Yeah, I mean the one I wrote for part of my doctoral work, the one that has a 50-ish peanut-butter-loving nuclear physicist heroine who’s solving a mystery with a local hot detective, while carrying out work as an FBI mole, the one with the cover that makes me shudder, the one that, at my publisher’s request, I had to change the title of to something that’s, well,  um… well… kind of a joke in itself that, like eating too much chocolate, which proves not all Easter eggs are a smart choice.

But they sure are fun.

At Your Service is available as a paperback and ebook

Forever in Your Service is available as an ebook

The origin short story, Your Sterling Service, is available as an ebook

For Your Eyes Only (yes, I KNOW) is available in paperback and and as an ebook

 

 

Introduction to an Old Character

Wielding my Shield of Smartass

The Pink Heart Society’s May newsletter discusses romance fiction with older heroines, and asks, as I do, if the romance genre thinks love has an age limit. The newsletter features interviews with Dee Ernst, Amanda Ward, Liz Flaherty, Morgan Malone and the Pink Heart Society’s (PHS) editor, Trish Wylie—all romance authors who place women of certain age front and centre of romance. It’s exciting to know I am not alone in being passionate in my desire to stamp out ageism and sexism.

Why is it exciting?

An Introduction (for you newbies)

Hi, I’m Sandra Antonelli. I write older romance heroines—silver foxy women over 40 as the lead characters, not as secondary characters, and not as protagonists in Women’s Fiction, but as the romantic leads. I represent this demographic of women and demographic of romance readers who want female heroines with all my heart, and I am passionate about continuing to do so.

If this is your first time reading one of my posts, and you don’t know, mature-aged romance heroines are my soapbox. Check out the Mature Content Stockpile tab for just how much soapboxing I do. There are many reports in the media discussing sexism and ageism in Hollywood, but there’s very little media dialogue on ageism and sexism in romance fiction. Strange, because there is such a parallel in the way women of a certain age are pigeon-holed in stereotyped roles (cougar, granny, witch, crazy cat lady) or rendered nearly invisible in both forms of entertainment. This really chaps my hide.

Years ago, before Harlequin’s NEXT line, which touted stories about women with a little more life experience, I went looking for older romance heroines and found next to nothing. So, I decided to write my own, thinking the world would catch up. I kept writing older protagonists in romance, and, like Liz Flaherty mentions in the PHS newsletter, I got curious about why there were only a handful to be found. I did a master’s degree and then a PhD on the subject to try to get to the core. The masters uncovered the demographic of reader looking for older romance heroines, the PhD examined why the demographic is overlooked. And in the mix of all that academic stuff, I kept on writing romance with older heroines AND heroes because no way was I going to be like Hollywood and let the hero be an older Bruce Willis-type while the heroine was 25 to 35-something. My books were published by Escape, a division of Harlequin Enterprises in ebook format—because ebooks are a little more open to taking a chance on something with a niche market, or outside the norm.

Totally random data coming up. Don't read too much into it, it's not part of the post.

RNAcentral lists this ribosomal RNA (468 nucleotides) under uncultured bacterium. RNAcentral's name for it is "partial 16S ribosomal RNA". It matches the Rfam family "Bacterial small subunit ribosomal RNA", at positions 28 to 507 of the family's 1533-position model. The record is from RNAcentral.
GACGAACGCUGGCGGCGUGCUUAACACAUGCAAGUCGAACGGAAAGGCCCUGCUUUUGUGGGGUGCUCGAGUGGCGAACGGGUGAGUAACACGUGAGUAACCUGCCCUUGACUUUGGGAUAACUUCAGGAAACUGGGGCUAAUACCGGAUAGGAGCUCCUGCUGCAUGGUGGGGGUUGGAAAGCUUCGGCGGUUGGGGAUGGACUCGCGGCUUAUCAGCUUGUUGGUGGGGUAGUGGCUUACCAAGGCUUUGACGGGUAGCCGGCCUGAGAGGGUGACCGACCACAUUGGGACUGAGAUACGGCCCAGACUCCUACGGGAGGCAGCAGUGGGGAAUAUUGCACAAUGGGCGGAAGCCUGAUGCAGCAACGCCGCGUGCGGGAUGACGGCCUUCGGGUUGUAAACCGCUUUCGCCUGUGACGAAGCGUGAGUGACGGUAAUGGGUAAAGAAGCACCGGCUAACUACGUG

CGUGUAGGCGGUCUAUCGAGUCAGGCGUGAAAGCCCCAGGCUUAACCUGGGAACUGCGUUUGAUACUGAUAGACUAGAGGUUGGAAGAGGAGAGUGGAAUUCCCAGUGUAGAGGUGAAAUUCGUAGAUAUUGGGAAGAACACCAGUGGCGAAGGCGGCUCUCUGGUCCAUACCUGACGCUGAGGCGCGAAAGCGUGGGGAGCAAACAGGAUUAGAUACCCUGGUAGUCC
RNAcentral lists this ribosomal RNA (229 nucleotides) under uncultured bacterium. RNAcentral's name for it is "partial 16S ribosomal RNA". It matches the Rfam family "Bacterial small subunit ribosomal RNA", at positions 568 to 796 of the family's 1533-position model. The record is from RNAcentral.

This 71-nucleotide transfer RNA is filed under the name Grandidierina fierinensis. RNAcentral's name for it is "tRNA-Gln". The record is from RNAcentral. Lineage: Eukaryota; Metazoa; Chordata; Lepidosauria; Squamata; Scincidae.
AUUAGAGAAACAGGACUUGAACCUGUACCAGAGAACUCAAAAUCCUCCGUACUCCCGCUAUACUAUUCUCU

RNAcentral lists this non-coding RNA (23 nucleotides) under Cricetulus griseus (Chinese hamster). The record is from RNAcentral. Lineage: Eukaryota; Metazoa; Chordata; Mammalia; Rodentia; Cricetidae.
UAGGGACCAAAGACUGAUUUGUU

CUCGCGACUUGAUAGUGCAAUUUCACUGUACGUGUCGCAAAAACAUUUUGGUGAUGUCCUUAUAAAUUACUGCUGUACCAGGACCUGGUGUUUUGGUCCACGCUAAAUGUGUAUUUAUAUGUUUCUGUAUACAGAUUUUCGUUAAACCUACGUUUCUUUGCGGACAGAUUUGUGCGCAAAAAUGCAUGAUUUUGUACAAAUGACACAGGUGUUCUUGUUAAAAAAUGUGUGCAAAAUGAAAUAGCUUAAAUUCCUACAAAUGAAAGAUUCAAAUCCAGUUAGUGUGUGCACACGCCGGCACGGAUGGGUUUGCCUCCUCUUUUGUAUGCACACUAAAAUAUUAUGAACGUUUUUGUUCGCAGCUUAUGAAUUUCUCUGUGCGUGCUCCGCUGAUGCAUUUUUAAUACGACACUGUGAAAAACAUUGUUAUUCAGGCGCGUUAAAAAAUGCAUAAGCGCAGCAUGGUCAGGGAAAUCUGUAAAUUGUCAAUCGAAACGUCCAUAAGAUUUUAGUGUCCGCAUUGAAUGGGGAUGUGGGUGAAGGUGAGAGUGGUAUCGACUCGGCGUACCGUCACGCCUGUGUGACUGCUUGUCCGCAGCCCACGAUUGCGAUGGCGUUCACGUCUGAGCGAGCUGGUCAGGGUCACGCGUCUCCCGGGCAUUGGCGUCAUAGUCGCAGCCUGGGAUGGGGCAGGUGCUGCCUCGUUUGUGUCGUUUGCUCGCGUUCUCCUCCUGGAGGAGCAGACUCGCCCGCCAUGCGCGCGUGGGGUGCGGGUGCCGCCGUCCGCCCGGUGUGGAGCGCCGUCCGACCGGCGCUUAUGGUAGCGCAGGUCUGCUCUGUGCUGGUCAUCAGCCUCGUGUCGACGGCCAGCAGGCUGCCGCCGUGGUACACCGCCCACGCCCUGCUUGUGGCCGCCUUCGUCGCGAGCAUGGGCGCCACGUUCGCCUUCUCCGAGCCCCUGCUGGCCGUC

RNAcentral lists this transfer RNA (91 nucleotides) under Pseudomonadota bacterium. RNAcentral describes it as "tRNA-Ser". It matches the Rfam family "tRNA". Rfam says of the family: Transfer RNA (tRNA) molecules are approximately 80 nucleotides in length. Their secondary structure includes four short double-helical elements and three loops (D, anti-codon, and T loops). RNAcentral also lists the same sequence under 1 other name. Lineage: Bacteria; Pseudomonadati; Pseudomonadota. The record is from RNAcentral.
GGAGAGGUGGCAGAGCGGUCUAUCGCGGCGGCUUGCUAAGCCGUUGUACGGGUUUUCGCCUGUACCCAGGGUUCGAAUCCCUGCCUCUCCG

I have four books that sit outside the romance heroine age norm: A Basic Renovation, For Your Eyes Only, Driving in Neutral, and Next to You, as well as short stories Your Sterling Service, and Niagara Falls at Café Nixin the anthology It All Happened at Café Nix. I have more on the way. You can find links to all my books here.

Knowing that there are other books outside the norm besides my own, that I’m not the only one writing older romance heroines, that Dee Ernst, Amanda Ward, Liz Flaherty, Morgan Malone, Karen Booth, Josie Kerr, Maggie Wells, Natasha Moore, and the Seasoned Romance Facebook page with over 600 members of authors (and readers) are also writing heroines with life experience and–gasp–wrinkles shows that older equals OH HELL YES!

Can You Predict the Future?

Yeah, you guessed it! I’ll write romance, blog, tweet, post on Facebook, and do academic-type stuff on women of a certain age in romance, and I’ll keep on championing  until we’re not a stereotype of age, a niche market, or a trend.

I applaud you ballsy authors who, like me, want to show the entire world, not just the romance world or Hollywood, that foxy doesn’t end at forty.